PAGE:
If we look at our SwiftyCam declarations, we can see that there is actually no delegate exposed, and to get access to that we actually need to fork this repo and make a few modifications. Inside the source on that project, we can see that the delegate sure enough is not exposed. We want to make sure that we add this @Objective-C modifier, and let's commit and push that up.

We want to modify our pod file to actually use our fork. Let's clear platforms for good measure, rebuild our plugin, and generate the typingz one more time.

If we take a look, we actually do have more definitions in here, we actually have our SwiftyCam view controller delegate, and our SwiftyCam button delegate which provides the delegate property which now removes that red squiggly in our custom plugin here. To finish this out we can call up our view, and we can call addSubView to actually add that Swifty button.

Looking back at the ReadMe we can see this SwiftyCam view controller delegate, and we need to make sure that the camera delegate property is set to an instance of that.

Let's start by creating a class, we'll call this swiftyDelegate, making sure it extends nsobject, and then let's set the static Objective-C protocols to the SwiftyCam view controller delegate. Let's set up a standard Objective-C pattern, which sets up a weak ref back to our mySwifty view controller.

We'll set up a static initWithOwner, which creates an instance of the delegate, assigning the owner relationship and handing back the delegate.

We can go to the SwiftyCam view controller delegate interface in our declarations and actually take all the methods from here, drop them here, and actually implement them.

For all the implementations we'll just simply log that that was called. It's worth mentioning that you could implement the Swifty view controller delegate since we have the declarations, and TypeScript would tell you that in fact a particular method was not implemented.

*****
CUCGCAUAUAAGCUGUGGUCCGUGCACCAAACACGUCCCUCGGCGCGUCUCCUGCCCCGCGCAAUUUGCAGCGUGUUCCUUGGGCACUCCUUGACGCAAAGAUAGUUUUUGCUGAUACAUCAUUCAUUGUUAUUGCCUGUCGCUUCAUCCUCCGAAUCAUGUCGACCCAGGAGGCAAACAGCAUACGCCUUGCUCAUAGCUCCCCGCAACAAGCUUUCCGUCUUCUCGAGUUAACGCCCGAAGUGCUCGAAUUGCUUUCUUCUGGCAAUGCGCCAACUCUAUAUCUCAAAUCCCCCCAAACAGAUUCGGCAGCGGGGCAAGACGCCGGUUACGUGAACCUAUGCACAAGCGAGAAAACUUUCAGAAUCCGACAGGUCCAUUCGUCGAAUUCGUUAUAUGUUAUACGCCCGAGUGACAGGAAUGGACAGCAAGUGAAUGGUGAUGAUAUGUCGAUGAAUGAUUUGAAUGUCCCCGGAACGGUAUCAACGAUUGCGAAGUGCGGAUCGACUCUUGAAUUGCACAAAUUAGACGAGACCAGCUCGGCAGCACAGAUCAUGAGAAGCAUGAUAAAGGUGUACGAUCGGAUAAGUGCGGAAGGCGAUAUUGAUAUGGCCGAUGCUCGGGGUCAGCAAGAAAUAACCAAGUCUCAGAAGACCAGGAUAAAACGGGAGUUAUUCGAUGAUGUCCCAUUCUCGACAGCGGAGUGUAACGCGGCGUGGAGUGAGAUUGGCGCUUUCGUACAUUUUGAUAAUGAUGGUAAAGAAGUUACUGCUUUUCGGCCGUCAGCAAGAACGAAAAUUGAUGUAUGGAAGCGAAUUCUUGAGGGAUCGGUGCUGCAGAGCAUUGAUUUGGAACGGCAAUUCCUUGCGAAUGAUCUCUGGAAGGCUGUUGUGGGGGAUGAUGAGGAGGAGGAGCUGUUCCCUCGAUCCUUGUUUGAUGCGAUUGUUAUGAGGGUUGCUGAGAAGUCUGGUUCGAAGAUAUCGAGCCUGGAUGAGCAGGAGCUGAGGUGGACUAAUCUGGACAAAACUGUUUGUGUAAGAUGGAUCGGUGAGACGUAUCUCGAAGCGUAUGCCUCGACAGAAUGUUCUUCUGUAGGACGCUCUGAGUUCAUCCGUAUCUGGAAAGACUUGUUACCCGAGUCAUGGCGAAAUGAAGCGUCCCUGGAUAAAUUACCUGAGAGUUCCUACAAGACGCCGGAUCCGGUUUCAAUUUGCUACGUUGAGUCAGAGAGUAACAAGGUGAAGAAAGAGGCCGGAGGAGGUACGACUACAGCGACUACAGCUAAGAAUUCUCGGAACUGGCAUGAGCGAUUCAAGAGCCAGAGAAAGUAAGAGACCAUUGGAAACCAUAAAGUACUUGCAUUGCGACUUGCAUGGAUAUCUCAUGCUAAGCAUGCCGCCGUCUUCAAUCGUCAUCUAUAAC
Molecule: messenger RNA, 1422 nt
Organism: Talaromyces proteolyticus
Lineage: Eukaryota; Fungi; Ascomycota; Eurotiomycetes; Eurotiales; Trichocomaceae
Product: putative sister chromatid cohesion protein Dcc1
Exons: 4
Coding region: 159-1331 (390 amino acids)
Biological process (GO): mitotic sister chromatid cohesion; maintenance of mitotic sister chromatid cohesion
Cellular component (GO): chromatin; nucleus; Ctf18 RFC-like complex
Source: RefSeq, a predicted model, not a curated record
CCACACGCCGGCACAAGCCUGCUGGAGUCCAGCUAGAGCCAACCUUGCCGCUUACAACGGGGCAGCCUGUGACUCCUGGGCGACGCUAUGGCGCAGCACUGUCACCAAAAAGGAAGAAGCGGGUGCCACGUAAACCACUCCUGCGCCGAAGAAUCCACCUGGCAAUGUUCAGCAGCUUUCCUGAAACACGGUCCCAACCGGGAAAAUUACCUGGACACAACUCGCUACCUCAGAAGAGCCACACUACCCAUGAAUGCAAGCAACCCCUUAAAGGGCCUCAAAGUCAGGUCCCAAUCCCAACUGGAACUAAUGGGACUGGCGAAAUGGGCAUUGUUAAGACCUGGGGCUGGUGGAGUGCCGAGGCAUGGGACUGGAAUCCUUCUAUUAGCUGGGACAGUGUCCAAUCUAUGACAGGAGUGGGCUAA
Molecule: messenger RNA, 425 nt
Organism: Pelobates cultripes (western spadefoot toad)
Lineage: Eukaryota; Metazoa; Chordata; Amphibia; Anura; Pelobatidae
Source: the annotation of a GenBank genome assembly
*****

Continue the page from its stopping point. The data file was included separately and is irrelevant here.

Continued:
Doing so is a nice way to determine what methods actually are available to implement. Let's go back to our custom view controller and make sure we set the camera delegate equal to our new swiftyDelegate class using the initWithOwner static method.

When we tap on the screen, you can see we get the SwiftyCamDidTake, and it prints out the UI image of the photo. Let's do something with that photo.

Let's actually write that photo to the camera roll. We can use UIImageWrite to save to photos album, and we can just pass along that UI image. For all the rest of the arguments we can just pass null for this example. Let's also grab our owner, get the reference, and let's add a method tookPhoto, where we can pass this photo that was taken to our custom view controller.

From here it'd be nice to actually call up our SwiftyCam component, to perhaps send an event and even add to our stack layout.

Let's add a reference back to our custom NativeScript view component, and provide a setter to set that. In our NativeScript view component, we'll just set that to our instance. Then we can provide a sendEvent method, perhaps, that could tap into NativeScript's notify API where we can send out the event by name with the reference back to this, and passing along the data.